Plant daffodils for spring colour « garden creations omagh

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Plant Daffodils for Spring Colour

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at a glance

Plant Daffodils for Spring Colour

Daffodils are the most adaptable of all flowers but vary greatly in size, shape and colours including many variations of yellow, white, orange, pink, apricot or red in both early and late flowering varieties. There are perfect for woodland areas, bedding schemes, tubs, borders, rockeries and window boxes alike.

Exceptional Value
A daffodil, like a tulip, has a flower already formed inside the bulb but unlike most bulbs, it is possible for more than one flower to be inside. They are sold as ’rounds’ or ‘double-nosed’, the later producing two stems and flowers. The less expensive ’rounds’ are in no way inferior, indeed all daffodils bulbs are exceptional value for money as they propagate themselves by division with most yielding a 50-70% increase within a year. The skin or tunic should be clean, light brown and smooth and the bulb quite firm when the base is gently pressed with the pad of the thumb.

Botanically speaking
The trumpet-shaped types are commonly referred to as daffodils, while the shorted cupped varieties are known as Narcissi but botanically speaking all belong to the genus of Narcissus.

Endless uses
In early Spring, an area of rough grass or a lawn can be brought to life with clumps of daffodils or Narcissus. A mixture of yellows, creams and whites will give a very natural effect and the clumps will eventually spread to cover a much wider area. Remember, however, to think carefully before planting the bulbs as you won’t be able to mow the grass around the bulbs for at least six weeks after flowering, so the area will look untidy during this time. If the bulbs leaves are removed earlier, the bulbs will become weak and eventually die. Make sure to feed the bulbs every year after flowering with Sulphate of Potash, to ensure a fine display the following year.

Golden drifts
It is not only grassy areas that Daffodils and Narcissi can be naturalized, they can also make a handsome show when left to themselves in random drifts in beds and borders, forming a golden carpet between the surrounding plants. Use them in less formal areas of the garden where the leaves can be allowed to die down naturally without spoiling the overall effect.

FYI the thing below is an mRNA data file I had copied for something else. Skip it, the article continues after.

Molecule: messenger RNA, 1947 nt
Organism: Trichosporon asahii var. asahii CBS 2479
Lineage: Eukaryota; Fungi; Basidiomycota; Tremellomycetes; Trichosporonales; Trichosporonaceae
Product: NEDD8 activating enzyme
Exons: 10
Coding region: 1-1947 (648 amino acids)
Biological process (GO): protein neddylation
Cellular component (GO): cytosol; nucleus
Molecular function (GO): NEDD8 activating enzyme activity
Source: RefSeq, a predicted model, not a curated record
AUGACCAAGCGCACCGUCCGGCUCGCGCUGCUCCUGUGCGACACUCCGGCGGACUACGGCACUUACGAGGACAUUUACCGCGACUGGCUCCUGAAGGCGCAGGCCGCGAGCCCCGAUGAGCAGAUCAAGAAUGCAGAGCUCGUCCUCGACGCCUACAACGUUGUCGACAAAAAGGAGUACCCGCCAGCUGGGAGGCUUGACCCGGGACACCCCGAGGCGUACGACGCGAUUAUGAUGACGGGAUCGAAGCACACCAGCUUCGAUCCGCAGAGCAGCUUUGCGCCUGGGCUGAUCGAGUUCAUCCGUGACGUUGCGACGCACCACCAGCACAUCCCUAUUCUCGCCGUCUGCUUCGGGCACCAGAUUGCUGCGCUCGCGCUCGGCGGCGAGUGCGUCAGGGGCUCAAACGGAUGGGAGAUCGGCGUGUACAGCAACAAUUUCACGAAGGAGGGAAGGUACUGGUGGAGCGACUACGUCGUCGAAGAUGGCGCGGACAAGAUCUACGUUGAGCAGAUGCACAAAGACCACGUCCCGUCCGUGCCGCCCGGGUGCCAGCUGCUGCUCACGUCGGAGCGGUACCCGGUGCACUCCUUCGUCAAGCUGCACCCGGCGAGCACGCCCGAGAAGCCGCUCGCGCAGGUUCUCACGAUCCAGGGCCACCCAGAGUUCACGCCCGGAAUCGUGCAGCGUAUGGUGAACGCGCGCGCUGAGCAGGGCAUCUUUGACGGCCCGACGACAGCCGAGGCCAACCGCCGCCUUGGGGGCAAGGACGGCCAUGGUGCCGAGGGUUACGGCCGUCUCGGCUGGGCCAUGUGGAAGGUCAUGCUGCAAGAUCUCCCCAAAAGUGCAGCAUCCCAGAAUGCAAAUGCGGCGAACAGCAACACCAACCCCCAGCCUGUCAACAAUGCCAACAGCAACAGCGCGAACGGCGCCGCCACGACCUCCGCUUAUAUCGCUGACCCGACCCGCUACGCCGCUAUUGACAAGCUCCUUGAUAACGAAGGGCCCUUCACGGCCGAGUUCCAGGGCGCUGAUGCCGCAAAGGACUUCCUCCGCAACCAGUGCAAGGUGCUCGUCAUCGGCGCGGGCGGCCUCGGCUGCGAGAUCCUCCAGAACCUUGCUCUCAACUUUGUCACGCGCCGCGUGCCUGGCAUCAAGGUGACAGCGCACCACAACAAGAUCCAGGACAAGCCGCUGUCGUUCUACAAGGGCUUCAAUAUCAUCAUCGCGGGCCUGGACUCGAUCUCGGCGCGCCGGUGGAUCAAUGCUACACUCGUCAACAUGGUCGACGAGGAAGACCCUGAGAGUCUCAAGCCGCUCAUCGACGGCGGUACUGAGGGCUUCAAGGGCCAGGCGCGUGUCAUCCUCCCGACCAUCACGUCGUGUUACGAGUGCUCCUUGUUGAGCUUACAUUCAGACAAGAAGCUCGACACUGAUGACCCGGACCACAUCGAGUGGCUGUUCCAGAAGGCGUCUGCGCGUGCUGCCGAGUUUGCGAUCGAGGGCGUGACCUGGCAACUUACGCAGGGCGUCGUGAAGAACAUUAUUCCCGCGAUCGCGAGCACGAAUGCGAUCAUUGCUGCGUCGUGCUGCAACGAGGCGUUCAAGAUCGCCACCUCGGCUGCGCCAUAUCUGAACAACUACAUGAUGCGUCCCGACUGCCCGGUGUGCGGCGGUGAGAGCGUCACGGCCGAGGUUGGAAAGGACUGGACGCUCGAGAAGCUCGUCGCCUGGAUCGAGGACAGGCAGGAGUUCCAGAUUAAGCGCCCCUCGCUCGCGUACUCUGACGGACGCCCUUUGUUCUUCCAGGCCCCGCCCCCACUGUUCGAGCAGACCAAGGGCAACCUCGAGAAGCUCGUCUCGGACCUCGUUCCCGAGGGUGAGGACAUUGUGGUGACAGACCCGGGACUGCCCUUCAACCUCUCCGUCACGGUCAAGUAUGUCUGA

Planting and feeding
Daffodils are greedy so a few weeks before planting dig in well-rotted manure or garden compost and at planting time add some bonemeal to the planting hole. There is a new food of bulbs called Bulb Boost that is high in potassium, helping to produce strong flowers. Plant the bulbs twice their depth making sure that the point of the bulb is facing upwards and if planting in clumps make use that the bulbs are not touching each other in the planting hole. Always water the area well after planting to ensure the soil is moist right down to the bulbs. Again it is important not to cut the leaves off for at least six weeks after flowering as the bulb stores its food in the bulb for the following year and a top-dressing of Sulphate of Potash is beneficial after flowering to ensure good flowers the following year.

Overcrowding
Daffodils and Narcissi can become over crowded so it is a good idea to lift and divide the clumps every three to five years in summer to ensure flowering. Carefully remove the soil until you find a clump of bulbs, trying not to damage any of them. Lift the clump and gently tease it apart into individual bulbs, leaving some of the tiny bulbs in small groups, which can be planted together. Dig over the soil adding a little Bulb Boost or bonemeal and space out the bulbs, 5cm (2ins) apart, then plant them twice their depth.

Don’t forget

* Daffodils look best when planted in wooded areas or at the edge of the lawns where this facilitates mowing without disturbing the daffodils growth.
* Avoid planting in long straight lines, bulbs look better set in clumps.
* If you cannot plant bulbs as soon as you buy them, open the bag to admit air and place them in a cool well ventilated location.
* Deadheading, where possible, helps the bulb to build up the necessary nutrients for the following years growth.
* Consider scented varieties for window boxes, patio containers and situations close to the house.
* Choose mini daffodils for early colour in rock gardens and window boxes.
* When planting in containers, keep compost moist to prevent flower buds going blind but never over-water to the point of saturation.

Posted on Monday, September 14th, 2009 under
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